Applies to: Exchange Server 2007 SP3, Exchange Server
2007 SP2, Exchange Server 2007 SP1, Exchange Server 2007
Topic Last Modified: 2007-07-18
The Exchange Management Shell, built on Microsoft Windows PowerShell technology, provides administrators a powerful command-line interface that they can use to administer Microsoft Exchange Server 2007. With the Exchange Management Shell, administrators can manage every aspect of Exchange 2007. They can enable new e-mail accounts and configure Simple Mail Transfer Protocol (SMTP) connectors, store database properties, transport agents, and more. The Exchange Management Shell can perform every task that can be performed by Exchange Management Console in addition to tasks that can't be performed in the Exchange Management Console. In fact, when a task is performed in the Exchange Management Console, the same command is made available to the Exchange Management Shell and is called to process the request. For more information about the new Exchange Management Console, see New Administration Functionality in the Exchange Management Console.
Figure 1 illustrates the design and layout of the Exchange Management Shell.
The Exchange Management Shell is a snap-in that relies on Windows PowerShell. Therefore, Windows PowerShell must be installed on the computer that will be running the Exchange Management Shell. To install Windows PowerShell, you must install the Microsoft .NET 2.0 Framework on the computer that will run Windows PowerShell. For information about how to download the .NET Framework, see the Microsoft .NET Framework Developer Center.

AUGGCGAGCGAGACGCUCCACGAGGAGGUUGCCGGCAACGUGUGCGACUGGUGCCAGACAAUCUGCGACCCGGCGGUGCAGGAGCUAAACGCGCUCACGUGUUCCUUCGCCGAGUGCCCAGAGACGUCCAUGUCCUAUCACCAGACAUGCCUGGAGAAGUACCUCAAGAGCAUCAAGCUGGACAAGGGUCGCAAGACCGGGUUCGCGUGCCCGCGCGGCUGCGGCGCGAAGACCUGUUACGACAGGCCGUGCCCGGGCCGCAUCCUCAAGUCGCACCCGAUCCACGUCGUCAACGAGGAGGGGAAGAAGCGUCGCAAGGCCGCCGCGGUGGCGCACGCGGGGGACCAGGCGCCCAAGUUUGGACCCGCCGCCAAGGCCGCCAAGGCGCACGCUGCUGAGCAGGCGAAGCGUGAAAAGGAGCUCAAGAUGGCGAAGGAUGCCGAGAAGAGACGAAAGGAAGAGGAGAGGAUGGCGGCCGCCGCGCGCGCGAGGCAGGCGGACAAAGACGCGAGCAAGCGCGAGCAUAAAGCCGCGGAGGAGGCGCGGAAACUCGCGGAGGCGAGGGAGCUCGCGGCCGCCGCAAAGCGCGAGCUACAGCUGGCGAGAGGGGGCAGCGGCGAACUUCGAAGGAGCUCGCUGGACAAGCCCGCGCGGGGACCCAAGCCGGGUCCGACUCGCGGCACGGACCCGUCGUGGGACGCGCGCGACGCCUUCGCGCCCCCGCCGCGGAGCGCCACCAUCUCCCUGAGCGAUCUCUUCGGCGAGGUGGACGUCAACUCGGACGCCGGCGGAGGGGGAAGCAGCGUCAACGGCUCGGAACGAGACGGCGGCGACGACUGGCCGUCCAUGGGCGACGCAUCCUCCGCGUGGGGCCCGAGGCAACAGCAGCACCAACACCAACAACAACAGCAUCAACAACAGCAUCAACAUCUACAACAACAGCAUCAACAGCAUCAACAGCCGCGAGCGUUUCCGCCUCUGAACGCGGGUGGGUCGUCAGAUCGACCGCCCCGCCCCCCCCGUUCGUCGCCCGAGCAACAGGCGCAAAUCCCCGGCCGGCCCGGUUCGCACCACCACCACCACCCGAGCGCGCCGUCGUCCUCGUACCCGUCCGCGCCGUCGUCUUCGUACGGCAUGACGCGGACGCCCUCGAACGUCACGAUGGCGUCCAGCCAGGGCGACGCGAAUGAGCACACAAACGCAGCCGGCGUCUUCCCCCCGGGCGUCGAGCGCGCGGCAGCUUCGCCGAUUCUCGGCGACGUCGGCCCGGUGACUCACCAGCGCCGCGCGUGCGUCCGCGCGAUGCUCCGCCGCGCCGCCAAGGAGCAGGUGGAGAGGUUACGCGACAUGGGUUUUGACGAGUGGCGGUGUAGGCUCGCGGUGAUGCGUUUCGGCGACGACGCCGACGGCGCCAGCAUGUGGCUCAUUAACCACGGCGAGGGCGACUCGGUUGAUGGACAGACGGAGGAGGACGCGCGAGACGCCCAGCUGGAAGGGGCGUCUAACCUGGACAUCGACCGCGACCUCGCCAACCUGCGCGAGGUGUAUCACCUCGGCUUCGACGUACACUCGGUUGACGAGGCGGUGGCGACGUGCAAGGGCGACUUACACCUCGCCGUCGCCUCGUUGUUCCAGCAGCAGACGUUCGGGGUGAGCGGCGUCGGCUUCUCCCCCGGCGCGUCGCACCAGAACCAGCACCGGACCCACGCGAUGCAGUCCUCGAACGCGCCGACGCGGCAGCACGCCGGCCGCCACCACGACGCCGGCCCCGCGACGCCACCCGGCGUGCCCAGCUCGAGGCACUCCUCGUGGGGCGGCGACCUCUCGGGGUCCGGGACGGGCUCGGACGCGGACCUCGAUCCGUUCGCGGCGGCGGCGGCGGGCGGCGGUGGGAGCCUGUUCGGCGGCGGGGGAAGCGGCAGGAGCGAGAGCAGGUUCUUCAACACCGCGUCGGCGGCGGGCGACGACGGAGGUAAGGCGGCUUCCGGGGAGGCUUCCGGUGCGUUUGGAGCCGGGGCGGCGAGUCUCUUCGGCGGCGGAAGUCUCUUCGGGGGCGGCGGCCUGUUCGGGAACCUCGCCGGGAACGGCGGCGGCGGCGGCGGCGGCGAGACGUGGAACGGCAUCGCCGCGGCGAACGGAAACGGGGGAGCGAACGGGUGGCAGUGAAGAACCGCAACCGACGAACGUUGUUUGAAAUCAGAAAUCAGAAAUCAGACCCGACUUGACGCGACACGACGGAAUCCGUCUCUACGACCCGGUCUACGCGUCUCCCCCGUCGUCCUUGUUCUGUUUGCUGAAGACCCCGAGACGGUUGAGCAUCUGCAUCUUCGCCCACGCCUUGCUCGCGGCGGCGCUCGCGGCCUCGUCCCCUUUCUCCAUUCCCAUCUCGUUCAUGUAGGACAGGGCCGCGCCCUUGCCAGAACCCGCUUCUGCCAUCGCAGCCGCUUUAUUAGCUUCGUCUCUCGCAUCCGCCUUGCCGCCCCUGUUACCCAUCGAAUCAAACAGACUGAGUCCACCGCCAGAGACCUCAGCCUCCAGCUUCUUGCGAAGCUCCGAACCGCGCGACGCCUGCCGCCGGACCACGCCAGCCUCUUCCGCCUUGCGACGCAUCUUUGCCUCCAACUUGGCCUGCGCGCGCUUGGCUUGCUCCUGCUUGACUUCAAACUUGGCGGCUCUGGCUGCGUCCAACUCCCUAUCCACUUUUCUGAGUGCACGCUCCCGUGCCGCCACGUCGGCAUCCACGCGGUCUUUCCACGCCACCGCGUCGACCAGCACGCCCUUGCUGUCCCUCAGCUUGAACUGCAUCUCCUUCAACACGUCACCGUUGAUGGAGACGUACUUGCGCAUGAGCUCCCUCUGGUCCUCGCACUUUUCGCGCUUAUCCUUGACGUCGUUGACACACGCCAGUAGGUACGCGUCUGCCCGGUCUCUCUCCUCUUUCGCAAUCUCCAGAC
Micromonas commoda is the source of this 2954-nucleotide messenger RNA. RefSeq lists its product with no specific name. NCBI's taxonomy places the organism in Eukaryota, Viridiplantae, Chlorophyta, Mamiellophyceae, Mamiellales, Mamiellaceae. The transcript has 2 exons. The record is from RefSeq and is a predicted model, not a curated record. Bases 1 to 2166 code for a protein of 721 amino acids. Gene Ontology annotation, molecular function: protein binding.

New Features in the Exchange Management Shell
The Exchange Management Shell provides a robust and flexible scripting platform that can reduce the complexity of current Microsoft Visual Basic scripts. What previously took hundreds of lines in Visual Basic scripts can now be done by using as little as one line of code in the Exchange Management Shell.
The Exchange Management Shell provides this flexibility because it doesn't use text as the basis for interaction with the system. It uses an object model that is based on the Microsoft .NET platform. This object model enables the shell commands to apply the output from one command to subsequent commands when they are run.
The following are key features of the Exchange Management Shell:
- Command-line interface The command-line
interface lets you quickly and easily access and modify
Exchange 2007 features and their values. It also gives you the
flexibility to easily perform tasks in bulk that would have taken
many lines of code or hours of work to apply changes through
Exchange System Manager.
- Piping of data between
commands Pipelining makes you even more
productive when you administer Exchange 2007 through the
Exchange Management Shell. Pipelining helps you use output from one
command as input in other commands. This lets you easily perform
bulk operations based on criteria applied to filtering commands
that then supply the objects to be modified to commands down the
"pipe". This feature is a primary reason why the Exchange
Management Shell makes it possible to reduce dozens of lines of
code to a single chain of commands.